Takeaways and Notable Findings

The researchers surveyed 483 U.S. African American, Caucasian and Hispanic adults. They investigated the role of fear of COVID-19, information receptivity (willingness to search for COVID-19 related information), perceived knowledge and self-efficacy (the belief that we can perform the required preventive behaviors) to explain disparities in preventive behavior across the three major U.S. ethnic groups.

The Roberts and David study also found:

 

  • African Americans reported higher preventive behaviors and self-efficacy than Caucasians.
  • Socio-economic status may be more important than race in understanding disparities in preventive health behaviors across the three ethnic groups studied.
  • Caucasians were found to be more fearful of COVID-19 than African Americans and Hispanics, the latter of which were least afraid of the disease. This led to lower information receptivity (searching for COVID-related information) on the part of Hispanics.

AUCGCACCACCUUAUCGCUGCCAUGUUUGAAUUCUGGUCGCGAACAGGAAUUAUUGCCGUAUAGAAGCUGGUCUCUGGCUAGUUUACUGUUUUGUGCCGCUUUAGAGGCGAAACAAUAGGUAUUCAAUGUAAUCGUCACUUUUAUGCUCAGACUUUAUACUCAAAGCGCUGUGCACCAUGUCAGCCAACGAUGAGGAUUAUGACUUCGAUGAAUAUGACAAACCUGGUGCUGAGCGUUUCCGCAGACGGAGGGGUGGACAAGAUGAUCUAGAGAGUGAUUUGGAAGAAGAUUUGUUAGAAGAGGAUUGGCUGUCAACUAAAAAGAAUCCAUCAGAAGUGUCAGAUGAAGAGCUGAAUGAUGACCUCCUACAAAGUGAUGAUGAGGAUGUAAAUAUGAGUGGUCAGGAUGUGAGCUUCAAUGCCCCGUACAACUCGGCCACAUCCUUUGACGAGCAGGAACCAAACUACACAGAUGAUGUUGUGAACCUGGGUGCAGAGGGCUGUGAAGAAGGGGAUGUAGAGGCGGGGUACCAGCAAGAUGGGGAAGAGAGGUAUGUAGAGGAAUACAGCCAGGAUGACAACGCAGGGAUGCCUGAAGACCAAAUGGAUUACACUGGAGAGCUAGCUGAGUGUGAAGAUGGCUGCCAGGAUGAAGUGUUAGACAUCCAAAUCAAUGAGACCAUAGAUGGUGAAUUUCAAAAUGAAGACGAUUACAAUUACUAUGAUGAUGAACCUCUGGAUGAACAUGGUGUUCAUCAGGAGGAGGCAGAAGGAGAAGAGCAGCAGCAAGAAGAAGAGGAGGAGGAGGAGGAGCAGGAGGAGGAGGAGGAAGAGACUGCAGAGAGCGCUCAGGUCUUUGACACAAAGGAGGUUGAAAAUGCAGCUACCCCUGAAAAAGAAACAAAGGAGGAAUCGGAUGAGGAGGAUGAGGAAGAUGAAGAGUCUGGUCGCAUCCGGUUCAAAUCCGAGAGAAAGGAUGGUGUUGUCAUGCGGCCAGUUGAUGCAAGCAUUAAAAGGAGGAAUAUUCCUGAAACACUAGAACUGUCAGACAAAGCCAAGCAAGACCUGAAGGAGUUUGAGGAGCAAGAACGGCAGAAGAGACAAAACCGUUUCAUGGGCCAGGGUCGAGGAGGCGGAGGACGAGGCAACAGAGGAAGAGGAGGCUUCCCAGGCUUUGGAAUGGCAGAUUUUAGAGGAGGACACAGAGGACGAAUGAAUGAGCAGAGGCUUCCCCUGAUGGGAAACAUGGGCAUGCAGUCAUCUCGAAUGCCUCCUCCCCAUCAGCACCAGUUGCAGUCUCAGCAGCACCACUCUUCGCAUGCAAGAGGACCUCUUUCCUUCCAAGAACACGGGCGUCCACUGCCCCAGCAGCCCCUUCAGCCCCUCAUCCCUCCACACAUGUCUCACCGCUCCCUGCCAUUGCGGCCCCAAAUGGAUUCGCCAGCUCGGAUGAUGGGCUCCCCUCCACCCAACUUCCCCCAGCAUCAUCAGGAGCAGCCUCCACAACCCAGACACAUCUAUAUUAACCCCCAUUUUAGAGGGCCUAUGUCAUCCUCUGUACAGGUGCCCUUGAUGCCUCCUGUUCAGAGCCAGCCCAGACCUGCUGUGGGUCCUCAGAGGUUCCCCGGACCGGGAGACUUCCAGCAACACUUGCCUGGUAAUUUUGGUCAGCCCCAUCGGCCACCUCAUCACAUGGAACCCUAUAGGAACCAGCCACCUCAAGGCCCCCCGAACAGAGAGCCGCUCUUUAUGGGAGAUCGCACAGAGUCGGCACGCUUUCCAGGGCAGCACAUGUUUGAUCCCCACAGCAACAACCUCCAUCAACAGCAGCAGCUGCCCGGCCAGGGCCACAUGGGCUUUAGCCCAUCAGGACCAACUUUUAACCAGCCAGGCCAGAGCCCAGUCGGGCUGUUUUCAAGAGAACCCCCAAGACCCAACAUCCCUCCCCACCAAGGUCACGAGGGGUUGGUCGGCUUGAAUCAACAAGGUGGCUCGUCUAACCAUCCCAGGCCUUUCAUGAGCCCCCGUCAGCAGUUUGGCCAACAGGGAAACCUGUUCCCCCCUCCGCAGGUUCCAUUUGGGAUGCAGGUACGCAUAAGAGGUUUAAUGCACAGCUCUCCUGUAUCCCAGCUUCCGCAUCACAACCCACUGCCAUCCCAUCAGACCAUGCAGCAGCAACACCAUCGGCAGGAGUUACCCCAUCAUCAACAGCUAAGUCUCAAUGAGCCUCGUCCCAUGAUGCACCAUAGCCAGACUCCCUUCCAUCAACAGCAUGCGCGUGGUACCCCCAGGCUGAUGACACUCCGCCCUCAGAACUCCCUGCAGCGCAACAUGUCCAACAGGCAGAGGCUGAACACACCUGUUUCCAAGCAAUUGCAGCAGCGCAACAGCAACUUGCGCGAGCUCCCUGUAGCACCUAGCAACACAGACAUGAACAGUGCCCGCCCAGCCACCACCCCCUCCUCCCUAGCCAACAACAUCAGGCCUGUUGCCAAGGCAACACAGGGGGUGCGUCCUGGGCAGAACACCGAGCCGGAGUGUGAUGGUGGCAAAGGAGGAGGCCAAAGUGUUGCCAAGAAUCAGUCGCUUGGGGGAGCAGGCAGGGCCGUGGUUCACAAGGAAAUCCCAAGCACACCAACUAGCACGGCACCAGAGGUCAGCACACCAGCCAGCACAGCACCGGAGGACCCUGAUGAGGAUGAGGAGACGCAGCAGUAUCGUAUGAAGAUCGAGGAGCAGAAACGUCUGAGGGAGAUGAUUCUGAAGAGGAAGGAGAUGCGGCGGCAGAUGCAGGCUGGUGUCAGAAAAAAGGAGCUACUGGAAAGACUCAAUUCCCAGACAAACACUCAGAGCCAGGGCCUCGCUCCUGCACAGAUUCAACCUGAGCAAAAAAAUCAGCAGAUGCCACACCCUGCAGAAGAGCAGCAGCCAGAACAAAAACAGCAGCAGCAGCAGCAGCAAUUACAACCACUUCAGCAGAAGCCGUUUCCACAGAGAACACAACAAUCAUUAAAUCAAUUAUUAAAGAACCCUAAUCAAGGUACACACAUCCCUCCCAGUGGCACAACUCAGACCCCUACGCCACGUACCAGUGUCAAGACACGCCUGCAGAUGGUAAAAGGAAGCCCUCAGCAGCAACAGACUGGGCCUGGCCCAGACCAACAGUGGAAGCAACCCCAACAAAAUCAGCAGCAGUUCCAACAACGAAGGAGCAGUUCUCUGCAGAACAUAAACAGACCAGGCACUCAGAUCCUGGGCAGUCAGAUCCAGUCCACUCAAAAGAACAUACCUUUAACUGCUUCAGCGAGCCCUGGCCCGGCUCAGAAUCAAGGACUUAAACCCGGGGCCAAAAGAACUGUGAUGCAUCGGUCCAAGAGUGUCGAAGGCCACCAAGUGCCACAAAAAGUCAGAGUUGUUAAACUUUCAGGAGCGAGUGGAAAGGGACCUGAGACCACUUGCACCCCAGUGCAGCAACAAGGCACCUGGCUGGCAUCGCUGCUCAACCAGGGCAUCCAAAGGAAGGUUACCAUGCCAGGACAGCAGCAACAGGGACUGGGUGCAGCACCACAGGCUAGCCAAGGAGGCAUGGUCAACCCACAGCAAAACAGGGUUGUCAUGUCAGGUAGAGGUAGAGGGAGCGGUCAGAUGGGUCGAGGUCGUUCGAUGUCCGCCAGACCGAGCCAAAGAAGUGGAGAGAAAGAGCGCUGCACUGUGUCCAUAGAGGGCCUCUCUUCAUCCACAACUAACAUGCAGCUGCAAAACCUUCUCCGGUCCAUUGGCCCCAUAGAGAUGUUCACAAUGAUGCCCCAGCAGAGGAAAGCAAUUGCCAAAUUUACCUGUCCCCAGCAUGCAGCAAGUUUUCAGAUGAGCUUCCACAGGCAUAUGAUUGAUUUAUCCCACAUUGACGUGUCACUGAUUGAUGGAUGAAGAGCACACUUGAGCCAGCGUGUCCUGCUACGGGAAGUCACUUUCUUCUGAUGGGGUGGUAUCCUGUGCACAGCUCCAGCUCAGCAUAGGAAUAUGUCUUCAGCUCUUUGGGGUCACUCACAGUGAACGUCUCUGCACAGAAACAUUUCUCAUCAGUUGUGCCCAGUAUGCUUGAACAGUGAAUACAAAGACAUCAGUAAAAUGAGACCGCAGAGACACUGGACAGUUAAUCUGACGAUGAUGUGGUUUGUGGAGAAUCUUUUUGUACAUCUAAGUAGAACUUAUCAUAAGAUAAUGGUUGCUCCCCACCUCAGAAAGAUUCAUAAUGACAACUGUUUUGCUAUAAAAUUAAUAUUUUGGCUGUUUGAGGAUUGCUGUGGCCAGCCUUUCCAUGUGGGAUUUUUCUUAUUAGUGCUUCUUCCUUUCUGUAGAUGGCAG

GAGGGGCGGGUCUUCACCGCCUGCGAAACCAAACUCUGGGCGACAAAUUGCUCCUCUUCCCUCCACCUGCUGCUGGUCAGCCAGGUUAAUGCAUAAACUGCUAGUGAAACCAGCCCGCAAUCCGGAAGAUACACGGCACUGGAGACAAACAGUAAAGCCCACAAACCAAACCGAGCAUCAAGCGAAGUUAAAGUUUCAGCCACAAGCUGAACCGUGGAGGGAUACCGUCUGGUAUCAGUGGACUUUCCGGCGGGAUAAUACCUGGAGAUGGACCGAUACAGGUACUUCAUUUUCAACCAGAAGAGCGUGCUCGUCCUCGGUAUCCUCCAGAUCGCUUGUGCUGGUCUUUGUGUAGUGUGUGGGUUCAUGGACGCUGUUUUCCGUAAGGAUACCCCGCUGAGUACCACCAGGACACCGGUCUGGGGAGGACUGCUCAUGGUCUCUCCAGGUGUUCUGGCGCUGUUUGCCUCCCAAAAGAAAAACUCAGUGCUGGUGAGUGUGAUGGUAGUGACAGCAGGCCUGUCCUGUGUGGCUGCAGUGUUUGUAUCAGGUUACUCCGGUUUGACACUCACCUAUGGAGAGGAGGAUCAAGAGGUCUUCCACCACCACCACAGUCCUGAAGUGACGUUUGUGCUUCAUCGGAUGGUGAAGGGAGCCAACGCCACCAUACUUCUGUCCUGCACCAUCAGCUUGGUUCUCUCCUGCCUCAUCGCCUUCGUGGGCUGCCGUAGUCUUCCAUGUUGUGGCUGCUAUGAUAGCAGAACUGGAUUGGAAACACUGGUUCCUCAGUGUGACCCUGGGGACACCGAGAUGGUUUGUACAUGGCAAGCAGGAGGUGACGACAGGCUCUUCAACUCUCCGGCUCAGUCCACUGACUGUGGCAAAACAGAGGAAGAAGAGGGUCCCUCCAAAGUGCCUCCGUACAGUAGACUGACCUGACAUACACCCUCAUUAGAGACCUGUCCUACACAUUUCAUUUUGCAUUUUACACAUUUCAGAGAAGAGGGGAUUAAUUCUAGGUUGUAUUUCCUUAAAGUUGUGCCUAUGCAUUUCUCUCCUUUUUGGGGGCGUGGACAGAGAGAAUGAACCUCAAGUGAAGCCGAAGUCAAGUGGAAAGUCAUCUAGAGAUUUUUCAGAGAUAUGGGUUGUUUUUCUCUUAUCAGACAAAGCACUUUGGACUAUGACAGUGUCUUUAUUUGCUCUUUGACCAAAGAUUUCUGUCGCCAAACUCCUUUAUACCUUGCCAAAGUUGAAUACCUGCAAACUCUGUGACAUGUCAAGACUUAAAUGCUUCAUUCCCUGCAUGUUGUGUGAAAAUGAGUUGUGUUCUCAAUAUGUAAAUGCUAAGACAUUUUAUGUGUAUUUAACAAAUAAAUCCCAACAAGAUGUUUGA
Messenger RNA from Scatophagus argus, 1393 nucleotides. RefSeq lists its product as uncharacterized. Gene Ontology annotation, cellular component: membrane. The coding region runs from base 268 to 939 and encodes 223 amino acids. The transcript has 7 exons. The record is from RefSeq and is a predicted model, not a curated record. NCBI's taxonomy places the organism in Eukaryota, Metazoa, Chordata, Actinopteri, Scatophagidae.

• Hispanic respondents were less receptive and less likely to search for COVID-related information. In contrast, Caucasians searched for more information than Hispanics and African Americans.

 

The study showed that African Americans were significantly more likely than Hispanics to have friends that are practicing safe behaviors to avoid getting COVID-19. African Americans were also more likely than Caucasians to report that they have seen or heard “a lot of reminders” on how to avoid getting COVID-19.

“This higher level of exposure to COVID-19 messages helped explain why African Americans reported high levels of preventive behaviors and feel confident that they can perform such behaviors,” Roberts said. “Additionally, much media coverage has been devoted to the racial disparities in COVID-19 health outcomes. This could have sensitized African Americans to the importance of wearing masks, social distancing and washing their hands.”

Roberts and David said the impact of race on COVID-19 preventive behaviors is complex and requires continuing study.

“There’s A Sweet Spot” in Fear Messaging

Before people jump to conclusions and bash the use of fear as a marketing technique, Roberts said they should think about what motivates them and others to engage in preventive behaviors such as exercise, eating a healthy diet and getting breast or prostate exams.